real geek girl

How to spot a fake geek girl...

• Did she seem really enthusiastic to talk about this topic, but then suddenly stop talking half way through?

• Is she sitting perfectly still, as if hoping that this way nobody will notice her to ask her any hard questions?

• When you brush against her on your way to the kitchen, does her whole arm come loose and fall to the ground with a clatter?

• Is her skin oddly shiny and unnaturally smooth?

• When you tentatively reach out to touch her other hand, is it cold and stiff?

• When you look into her eyes, are they glassy and unfocused?

• When you turn back to your friends to ask them what the hell is going on, do they also look back with those strange glass eyes?

• Do you try to remember when they last said anything and realise that they too stopped talking not a little while ago?

• Are you afraid?

• Do your fingers and toes feel oddly stiff?

• Is the numbness spreading up your arms and legs?

• Do you feel the threads of your consciousness unravelling like strands of morning fog and floating away into the ether?

• Do you remember why you are here? What you are doing? Who you are?

• Have your numb limbs and torso become so heavy that you collapse into your chair?

• Do you feel the numbness sliding up over your face?

• Were you ever real?

We were there too, the other geeks and weird kids whose lives were hellish at school, who escaped into books and computers, who stayed up all night scanning obscure forums, looking for transcendence, dreaming of elsewhere. We were there too, but you didn’t see us, because we were girls. And the costs of being the geek were the same for us, right down to the sexual frustration, the yearning, the being laughed at, the loneliness… We had to fight the same battles you did, only harder, because we were women and we also had to fight sexism, some of it from you, and when we went looking for other weird kids to join our gang, we were told we weren’t ‘real geeks’ because we were girls.
—  Laurie Penny, Cybersexism: Sex, Gender and Power on the Internet. 

Remember my big, secret project????

Well, Tumblr. I wrote a book for you!!!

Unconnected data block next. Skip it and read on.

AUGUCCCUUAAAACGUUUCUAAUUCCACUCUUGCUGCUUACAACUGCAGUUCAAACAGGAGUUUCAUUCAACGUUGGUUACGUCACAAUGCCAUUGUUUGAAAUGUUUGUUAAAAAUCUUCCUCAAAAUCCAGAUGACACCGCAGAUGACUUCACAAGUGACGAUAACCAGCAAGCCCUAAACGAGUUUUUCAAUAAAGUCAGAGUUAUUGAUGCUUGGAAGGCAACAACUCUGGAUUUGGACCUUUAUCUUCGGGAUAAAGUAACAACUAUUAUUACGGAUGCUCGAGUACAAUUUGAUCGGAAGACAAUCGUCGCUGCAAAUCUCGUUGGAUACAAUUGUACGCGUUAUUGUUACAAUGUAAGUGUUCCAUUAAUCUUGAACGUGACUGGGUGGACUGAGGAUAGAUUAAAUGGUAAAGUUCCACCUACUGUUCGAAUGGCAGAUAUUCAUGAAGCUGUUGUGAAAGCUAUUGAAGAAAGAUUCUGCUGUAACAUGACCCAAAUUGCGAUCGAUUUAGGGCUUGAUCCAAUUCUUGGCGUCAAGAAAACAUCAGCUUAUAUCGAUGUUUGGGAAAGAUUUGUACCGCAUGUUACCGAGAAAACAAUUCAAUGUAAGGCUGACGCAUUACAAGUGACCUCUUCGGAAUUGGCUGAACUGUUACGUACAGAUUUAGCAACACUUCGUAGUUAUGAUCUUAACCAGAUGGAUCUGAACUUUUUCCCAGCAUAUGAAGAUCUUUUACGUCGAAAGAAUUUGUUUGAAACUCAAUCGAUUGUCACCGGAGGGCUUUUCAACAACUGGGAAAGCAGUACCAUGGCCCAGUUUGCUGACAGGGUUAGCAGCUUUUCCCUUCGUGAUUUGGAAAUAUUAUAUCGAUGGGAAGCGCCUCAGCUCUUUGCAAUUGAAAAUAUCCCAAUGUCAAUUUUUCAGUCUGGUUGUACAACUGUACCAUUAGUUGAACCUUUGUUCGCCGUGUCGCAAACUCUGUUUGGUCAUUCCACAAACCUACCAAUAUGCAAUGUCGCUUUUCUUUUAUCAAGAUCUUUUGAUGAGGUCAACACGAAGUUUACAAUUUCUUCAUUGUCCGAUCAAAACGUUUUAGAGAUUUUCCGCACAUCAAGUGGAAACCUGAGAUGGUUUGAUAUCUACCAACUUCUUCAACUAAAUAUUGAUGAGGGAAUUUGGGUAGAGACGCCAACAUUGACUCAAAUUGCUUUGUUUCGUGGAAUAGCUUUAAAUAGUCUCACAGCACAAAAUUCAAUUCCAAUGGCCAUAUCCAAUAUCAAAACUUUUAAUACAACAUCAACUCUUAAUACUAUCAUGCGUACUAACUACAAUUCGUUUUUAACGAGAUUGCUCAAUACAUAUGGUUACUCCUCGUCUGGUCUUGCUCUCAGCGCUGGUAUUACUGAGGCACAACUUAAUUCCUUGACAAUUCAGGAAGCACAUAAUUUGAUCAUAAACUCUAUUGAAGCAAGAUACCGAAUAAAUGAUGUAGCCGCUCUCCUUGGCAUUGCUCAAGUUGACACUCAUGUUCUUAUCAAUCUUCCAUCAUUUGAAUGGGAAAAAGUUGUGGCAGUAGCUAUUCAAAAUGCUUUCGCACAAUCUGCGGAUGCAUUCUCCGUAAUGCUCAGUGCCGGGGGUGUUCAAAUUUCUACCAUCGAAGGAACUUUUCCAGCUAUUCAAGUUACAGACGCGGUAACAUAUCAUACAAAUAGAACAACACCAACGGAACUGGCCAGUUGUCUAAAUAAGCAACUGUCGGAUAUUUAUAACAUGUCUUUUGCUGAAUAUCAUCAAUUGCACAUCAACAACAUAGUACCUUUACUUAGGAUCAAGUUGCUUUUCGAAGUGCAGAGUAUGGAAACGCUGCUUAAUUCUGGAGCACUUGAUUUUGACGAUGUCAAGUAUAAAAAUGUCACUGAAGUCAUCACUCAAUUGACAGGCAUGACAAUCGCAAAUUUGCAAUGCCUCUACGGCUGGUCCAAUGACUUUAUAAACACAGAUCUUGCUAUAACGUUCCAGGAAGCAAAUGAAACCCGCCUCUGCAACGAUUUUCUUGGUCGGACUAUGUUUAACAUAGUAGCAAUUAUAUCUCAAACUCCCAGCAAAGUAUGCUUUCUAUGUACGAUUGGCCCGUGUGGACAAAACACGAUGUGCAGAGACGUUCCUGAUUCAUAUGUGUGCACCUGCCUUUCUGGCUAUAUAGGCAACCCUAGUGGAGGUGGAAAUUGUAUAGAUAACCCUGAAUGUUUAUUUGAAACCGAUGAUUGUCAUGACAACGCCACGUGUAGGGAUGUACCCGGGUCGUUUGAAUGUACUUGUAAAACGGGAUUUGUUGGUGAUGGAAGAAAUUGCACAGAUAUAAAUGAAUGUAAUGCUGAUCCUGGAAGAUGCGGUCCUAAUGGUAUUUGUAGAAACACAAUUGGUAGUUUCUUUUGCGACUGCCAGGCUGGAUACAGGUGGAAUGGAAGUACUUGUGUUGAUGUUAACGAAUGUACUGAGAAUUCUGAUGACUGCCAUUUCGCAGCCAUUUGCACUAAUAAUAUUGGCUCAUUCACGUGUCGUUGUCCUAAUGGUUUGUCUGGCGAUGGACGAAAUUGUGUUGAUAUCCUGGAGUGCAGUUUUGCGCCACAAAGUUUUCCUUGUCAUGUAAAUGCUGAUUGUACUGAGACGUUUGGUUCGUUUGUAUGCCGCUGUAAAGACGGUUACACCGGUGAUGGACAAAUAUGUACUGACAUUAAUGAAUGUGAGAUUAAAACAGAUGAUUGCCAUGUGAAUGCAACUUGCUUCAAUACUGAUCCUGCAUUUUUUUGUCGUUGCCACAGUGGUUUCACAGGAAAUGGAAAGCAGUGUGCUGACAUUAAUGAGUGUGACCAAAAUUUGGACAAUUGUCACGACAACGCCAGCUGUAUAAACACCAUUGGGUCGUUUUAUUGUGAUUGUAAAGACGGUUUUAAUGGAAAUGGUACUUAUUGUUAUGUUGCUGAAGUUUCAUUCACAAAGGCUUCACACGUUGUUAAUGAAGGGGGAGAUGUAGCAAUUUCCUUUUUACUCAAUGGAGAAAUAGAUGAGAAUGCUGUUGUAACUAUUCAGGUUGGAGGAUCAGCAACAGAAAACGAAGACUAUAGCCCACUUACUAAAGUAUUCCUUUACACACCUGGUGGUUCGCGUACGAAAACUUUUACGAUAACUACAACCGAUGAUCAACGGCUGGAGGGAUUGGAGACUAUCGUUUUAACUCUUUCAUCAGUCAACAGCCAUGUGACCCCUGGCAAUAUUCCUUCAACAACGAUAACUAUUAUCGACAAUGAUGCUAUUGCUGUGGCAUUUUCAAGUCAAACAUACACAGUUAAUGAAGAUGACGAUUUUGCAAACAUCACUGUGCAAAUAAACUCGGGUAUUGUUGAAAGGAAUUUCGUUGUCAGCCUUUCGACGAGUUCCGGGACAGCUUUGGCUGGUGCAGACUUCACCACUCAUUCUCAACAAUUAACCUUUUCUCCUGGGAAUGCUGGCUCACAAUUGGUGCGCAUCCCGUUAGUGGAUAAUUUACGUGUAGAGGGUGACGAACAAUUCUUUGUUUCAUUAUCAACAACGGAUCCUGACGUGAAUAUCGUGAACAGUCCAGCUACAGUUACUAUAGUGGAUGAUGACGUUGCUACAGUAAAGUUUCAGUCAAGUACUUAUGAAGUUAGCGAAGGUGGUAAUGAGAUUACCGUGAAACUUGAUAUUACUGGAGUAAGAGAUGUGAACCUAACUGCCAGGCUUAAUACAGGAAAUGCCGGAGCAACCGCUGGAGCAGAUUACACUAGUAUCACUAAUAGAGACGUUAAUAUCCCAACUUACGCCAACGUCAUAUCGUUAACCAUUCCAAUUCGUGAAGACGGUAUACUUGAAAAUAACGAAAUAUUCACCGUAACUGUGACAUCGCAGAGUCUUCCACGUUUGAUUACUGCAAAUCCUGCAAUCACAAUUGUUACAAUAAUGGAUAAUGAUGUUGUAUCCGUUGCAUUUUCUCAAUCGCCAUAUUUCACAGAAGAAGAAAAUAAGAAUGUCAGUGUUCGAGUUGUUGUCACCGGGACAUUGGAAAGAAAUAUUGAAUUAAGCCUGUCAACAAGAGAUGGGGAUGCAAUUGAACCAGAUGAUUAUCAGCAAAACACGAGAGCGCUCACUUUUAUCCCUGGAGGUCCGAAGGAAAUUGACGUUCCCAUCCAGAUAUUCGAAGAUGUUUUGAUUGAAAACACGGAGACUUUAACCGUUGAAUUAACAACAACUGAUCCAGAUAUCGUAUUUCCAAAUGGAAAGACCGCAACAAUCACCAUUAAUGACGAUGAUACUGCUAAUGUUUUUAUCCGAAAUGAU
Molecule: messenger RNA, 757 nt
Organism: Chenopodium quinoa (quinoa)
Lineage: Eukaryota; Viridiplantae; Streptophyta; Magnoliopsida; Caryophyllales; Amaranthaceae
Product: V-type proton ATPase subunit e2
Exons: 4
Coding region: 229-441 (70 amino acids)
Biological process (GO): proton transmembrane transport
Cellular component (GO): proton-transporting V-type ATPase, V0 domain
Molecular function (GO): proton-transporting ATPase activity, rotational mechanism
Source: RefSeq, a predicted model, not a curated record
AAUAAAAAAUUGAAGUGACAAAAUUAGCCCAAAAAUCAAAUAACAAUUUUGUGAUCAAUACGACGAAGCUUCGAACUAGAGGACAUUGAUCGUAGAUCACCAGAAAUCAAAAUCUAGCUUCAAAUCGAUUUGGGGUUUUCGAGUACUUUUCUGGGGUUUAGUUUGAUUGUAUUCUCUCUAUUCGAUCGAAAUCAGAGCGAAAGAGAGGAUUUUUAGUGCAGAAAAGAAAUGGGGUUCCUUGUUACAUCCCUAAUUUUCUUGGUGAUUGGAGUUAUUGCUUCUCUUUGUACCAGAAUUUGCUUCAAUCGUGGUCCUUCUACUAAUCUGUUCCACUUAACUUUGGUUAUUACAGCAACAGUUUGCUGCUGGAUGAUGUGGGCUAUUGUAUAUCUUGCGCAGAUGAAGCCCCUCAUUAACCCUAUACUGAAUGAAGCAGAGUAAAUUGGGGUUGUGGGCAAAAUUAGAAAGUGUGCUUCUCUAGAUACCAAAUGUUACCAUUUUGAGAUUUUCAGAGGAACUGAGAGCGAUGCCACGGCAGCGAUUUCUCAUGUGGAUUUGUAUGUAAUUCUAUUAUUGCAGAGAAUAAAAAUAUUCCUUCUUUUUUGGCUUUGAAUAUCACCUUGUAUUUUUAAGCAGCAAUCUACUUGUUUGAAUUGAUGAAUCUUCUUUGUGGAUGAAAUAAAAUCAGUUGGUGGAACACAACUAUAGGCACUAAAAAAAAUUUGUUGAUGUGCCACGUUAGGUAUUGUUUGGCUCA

THE FANGIRL’S GUIDE TO THE GALAXY will be published by quirkbooks Spring 2015!! It’s a fully-illustrated guide to fandom, feminism, and feels, and I hope you guys love it.

Also, it has a lady author rep’d by a lady agent, a lady illustrator, and a lady editor. By geek girls, for geek girls.

YAAAAAAS I can’t wait for you all to read it ahhhhhhh

9

I just bought Neil Gaiman’s The Sandman Vol. 1: Preludes & Nocturnes

And decided that I’d show yall my current comic book collection. I have about 30 comics from DC and Marvel, mainly Young Justice (TV Show version artist: Christopher Jones), All Star Batman & Robin, Grant Morrison’s Batman, Deadpool, Spider-Man, Teen Titans, and Ms. Marvel. The only reason I’m doing this is to give comic book CEO’s a Giant Ass FUCK U for thinking females don’t read comic books (I am a dfab but I am genderfluid he/him they/them) because newsflash I know more females who are dedicated to reading a series of comic books than males. So yeah. Also Neil Gaiman’s writing is amazing!!!

adhdahri  asked:

It's like,what damage do "fake geek girls" even do,other than "not having a deep and continuous interest in games"? Nobody really gets mad about "casual sports fans" or "casual cooks",but all of a sudden if you don't play 50 hours a week you're not a "real geek girl". Part of which again,ties into the tendency to objectify and idealize women,who have to be perfect in every single way.

Exactly, someone with a casual interest is not fake. Even, in theory, that there are there throngs of women who HATE geek culture and are only pretending for attention, even if I suspend belief and agree it happen… So?

Like there is no way these guys have their lives affected in any meaningful way by that. But they are acting like they are actual fucking victims of that hypothetical scenario.

We were there too, the other geeks and weird kids whose lives were hellish at school, who escaped into books and computers, who stayed up all night scanning obscure forums, looking for transcendence, dreaming of elsewhere. We were there too, but you didn’t see us, because we were girls. And the costs of being the geek were the same for us, right down to the sexual frustration, the yearning, the being laughed at, the loneliness… We had to fight the same battles you did, only harder, because we were women and we also had to fight sexism, some of it from you, and when we went looking for other weird kids to join our gang, we were told we weren’t ‘real geeks’ because we were girls.
—  Laurie Penny, Cybersexism: Sex, Gender and Power on the Internet.